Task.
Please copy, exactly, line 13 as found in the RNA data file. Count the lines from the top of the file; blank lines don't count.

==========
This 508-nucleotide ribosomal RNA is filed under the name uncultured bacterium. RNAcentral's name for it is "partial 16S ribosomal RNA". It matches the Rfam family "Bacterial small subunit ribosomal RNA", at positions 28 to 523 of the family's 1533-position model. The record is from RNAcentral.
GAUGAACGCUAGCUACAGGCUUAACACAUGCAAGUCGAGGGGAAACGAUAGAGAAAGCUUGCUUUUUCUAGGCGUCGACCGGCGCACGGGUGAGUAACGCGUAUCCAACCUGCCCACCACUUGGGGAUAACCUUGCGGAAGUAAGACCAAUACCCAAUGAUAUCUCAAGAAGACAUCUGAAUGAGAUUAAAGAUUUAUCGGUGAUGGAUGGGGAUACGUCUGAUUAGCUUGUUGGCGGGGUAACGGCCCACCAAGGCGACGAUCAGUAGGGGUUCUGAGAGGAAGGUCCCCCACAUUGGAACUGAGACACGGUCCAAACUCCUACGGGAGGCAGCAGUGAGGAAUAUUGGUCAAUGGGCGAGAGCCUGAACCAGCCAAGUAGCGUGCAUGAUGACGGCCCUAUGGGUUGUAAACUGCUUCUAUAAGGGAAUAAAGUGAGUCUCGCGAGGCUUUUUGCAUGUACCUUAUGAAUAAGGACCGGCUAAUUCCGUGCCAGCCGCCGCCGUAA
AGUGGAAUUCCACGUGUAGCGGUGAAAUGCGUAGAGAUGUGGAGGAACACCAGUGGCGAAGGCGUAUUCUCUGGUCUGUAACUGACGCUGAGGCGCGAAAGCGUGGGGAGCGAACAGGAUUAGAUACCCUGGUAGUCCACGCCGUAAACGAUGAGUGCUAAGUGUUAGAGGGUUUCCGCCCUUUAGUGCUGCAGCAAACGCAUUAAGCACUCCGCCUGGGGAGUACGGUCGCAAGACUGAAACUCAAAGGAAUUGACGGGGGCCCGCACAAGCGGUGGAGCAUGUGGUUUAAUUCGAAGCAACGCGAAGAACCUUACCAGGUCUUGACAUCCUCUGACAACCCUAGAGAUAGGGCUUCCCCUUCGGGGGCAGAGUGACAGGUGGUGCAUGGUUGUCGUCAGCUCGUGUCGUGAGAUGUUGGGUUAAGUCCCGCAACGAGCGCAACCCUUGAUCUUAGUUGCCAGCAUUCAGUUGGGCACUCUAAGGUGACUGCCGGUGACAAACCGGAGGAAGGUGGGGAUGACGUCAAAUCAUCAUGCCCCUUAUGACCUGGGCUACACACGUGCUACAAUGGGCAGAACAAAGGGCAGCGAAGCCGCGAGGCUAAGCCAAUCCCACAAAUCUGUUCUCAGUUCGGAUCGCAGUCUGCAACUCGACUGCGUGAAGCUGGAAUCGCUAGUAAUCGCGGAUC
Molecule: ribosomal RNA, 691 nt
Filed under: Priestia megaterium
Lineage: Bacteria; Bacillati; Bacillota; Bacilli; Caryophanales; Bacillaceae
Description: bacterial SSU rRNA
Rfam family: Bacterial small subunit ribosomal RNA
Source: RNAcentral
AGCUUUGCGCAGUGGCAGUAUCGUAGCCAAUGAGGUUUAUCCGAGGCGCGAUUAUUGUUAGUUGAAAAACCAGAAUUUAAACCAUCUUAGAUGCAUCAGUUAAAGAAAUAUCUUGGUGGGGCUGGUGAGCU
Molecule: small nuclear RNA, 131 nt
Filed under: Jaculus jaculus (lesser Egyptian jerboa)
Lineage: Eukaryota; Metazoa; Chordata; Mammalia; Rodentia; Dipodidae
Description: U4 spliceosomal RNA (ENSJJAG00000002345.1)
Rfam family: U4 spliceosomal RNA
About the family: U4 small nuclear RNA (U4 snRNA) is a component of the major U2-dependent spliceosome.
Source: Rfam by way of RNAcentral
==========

Lineage: Eukaryota; Metazoa; Chordata; Mammalia; Rodentia; Dipodidae